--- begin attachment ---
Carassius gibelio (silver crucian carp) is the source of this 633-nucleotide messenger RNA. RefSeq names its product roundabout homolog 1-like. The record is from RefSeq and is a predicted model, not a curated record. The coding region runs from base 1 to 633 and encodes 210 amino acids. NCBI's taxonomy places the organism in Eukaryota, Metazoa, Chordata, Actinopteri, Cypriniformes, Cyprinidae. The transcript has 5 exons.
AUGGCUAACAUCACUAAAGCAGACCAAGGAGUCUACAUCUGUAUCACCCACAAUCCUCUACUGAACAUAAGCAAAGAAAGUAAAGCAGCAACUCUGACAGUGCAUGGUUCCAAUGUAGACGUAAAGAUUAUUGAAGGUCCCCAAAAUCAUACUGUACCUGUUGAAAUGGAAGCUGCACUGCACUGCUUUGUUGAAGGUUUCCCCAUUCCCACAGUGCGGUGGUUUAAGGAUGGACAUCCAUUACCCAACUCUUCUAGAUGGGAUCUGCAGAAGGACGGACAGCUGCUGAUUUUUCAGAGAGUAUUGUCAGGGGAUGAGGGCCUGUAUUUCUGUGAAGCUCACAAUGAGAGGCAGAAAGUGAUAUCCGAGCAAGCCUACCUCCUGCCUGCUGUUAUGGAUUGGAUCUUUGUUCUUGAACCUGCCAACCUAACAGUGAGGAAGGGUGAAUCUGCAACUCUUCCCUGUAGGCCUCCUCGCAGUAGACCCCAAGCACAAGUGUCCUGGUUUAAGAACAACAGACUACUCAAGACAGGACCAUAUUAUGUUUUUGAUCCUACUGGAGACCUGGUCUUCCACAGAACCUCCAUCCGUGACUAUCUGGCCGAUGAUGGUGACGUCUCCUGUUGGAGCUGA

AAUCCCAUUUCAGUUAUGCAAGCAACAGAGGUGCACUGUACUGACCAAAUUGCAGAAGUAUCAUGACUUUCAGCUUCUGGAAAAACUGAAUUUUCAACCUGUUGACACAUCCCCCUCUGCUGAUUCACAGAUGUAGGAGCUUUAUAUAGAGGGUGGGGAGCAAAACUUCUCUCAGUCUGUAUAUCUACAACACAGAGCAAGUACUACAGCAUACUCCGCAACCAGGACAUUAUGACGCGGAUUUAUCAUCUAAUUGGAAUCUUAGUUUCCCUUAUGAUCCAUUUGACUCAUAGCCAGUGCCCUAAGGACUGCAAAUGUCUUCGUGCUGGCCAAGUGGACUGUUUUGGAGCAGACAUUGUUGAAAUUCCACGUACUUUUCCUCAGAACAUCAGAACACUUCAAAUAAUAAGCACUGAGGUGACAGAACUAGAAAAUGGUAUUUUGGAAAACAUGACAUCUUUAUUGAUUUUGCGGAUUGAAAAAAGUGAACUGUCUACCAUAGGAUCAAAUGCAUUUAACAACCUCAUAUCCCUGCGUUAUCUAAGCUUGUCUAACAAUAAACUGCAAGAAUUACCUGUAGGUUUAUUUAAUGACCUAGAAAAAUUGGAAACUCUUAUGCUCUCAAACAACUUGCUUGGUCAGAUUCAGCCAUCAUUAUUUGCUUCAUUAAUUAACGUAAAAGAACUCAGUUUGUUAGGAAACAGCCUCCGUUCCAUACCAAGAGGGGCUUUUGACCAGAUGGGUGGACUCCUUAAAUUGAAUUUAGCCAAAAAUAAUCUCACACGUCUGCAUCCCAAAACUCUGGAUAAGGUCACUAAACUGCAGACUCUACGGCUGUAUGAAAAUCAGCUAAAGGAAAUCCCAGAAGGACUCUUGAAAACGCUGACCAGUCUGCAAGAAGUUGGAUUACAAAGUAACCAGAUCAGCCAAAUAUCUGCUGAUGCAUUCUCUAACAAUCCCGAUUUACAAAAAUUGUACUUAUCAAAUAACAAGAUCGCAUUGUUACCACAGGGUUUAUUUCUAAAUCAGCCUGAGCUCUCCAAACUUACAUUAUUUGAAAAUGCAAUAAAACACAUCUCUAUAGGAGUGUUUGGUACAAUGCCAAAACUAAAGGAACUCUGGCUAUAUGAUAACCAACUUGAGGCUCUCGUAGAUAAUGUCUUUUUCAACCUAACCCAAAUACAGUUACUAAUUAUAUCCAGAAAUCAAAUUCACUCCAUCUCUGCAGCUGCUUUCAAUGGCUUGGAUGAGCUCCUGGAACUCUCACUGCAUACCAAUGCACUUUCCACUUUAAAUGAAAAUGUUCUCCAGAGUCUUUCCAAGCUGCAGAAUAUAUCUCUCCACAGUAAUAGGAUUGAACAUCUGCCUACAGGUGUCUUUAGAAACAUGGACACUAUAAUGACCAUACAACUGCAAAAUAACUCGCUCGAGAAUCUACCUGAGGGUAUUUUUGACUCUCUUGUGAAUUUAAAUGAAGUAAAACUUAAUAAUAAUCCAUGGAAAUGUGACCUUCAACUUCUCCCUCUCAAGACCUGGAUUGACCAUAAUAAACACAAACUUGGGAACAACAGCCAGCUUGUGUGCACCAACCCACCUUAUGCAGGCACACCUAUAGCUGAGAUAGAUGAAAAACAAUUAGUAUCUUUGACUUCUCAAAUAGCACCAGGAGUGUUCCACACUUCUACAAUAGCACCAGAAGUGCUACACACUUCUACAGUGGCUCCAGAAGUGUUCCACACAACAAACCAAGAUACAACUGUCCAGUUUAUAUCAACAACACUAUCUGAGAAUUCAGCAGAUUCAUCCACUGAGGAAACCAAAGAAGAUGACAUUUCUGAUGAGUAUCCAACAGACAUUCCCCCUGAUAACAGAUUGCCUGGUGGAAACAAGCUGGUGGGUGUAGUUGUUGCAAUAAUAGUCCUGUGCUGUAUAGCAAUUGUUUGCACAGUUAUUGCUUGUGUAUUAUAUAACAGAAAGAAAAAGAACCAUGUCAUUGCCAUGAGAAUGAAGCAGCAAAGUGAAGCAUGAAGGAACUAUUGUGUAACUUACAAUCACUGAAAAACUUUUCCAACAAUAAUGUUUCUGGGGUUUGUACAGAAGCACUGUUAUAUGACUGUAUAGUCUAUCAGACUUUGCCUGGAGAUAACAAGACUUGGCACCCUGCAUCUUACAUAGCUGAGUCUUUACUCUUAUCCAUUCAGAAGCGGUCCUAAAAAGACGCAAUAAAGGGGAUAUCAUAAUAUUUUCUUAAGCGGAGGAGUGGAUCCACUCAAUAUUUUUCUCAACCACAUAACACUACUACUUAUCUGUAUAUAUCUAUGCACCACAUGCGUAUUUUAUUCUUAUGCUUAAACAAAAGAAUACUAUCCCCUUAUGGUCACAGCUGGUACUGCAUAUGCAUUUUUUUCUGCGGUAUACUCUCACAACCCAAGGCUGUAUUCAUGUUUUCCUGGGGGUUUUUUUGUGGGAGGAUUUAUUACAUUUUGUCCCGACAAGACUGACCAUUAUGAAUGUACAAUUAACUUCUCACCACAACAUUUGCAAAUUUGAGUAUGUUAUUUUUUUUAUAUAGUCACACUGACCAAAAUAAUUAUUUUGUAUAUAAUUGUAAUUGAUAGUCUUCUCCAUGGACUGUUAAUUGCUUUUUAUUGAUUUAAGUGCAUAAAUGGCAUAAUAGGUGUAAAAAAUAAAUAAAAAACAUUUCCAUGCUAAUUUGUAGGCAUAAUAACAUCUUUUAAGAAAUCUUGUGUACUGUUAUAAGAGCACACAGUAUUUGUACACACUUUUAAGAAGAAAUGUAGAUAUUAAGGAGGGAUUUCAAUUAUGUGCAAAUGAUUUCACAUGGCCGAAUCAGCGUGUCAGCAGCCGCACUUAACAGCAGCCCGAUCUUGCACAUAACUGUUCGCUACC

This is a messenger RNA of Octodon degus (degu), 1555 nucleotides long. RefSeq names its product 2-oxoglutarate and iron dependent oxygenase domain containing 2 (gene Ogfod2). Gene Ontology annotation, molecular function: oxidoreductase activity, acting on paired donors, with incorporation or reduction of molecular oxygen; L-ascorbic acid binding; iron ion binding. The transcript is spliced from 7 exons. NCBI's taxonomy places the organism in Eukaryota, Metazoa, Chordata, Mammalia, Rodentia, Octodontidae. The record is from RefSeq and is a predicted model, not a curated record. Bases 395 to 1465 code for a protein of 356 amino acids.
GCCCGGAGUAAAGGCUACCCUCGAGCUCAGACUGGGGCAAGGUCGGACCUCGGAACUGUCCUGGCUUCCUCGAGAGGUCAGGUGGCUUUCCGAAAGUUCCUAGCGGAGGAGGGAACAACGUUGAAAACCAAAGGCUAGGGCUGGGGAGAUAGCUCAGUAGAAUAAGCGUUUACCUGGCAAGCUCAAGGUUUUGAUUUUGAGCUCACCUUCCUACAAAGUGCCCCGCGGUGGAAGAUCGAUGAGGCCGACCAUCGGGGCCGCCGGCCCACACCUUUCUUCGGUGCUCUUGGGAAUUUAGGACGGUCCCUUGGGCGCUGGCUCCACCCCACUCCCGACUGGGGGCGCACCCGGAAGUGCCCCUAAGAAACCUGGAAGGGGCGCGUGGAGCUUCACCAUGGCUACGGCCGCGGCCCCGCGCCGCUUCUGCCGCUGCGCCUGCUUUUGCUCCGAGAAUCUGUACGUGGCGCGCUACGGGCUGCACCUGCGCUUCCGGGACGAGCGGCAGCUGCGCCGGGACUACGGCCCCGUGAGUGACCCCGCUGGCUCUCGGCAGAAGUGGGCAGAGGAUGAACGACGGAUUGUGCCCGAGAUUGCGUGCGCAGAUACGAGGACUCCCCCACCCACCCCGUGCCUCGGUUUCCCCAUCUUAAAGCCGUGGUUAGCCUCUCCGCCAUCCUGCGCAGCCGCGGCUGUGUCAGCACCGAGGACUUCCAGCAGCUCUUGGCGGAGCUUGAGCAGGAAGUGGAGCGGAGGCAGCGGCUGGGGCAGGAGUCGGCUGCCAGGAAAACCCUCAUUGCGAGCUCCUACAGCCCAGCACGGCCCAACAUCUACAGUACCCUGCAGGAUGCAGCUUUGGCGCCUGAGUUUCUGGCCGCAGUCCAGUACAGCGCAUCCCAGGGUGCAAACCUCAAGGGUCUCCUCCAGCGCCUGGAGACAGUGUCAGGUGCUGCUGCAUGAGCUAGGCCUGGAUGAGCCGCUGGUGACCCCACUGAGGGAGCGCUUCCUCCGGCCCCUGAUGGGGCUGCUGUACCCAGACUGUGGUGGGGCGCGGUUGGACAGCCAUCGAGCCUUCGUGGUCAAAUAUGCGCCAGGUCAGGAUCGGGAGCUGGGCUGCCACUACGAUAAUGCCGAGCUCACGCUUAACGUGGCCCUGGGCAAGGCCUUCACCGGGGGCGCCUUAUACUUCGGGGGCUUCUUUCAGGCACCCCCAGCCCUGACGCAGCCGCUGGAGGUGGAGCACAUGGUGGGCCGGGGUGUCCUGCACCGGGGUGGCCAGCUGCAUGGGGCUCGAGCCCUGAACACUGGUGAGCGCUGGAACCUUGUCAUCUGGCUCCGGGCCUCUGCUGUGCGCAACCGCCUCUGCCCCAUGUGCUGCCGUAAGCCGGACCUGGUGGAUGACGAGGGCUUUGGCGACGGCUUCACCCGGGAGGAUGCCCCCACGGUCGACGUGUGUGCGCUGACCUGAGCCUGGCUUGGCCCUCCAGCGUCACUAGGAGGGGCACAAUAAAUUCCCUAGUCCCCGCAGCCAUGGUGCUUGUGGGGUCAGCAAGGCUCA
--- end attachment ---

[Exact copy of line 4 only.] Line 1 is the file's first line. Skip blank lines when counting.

This is a messenger RNA of Octodon degus (degu), 1555 nucleotides long. RefSeq names its product 2-oxoglutarate and iron dependent oxygenase domain containing 2 (gene Ogfod2). Gene Ontology annotation, molecular function: oxidoreductase activity, acting on paired donors, with incorporation or reduction of molecular oxygen; L-ascorbic acid binding; iron ion binding. The transcript is spliced from 7 exons. NCBI's taxonomy places the organism in Eukaryota, Metazoa, Chordata, Mammalia, Rodentia, Octodontidae. The record is from RefSeq and is a predicted model, not a curated record. Bases 395 to 1465 code for a protein of 356 amino acids.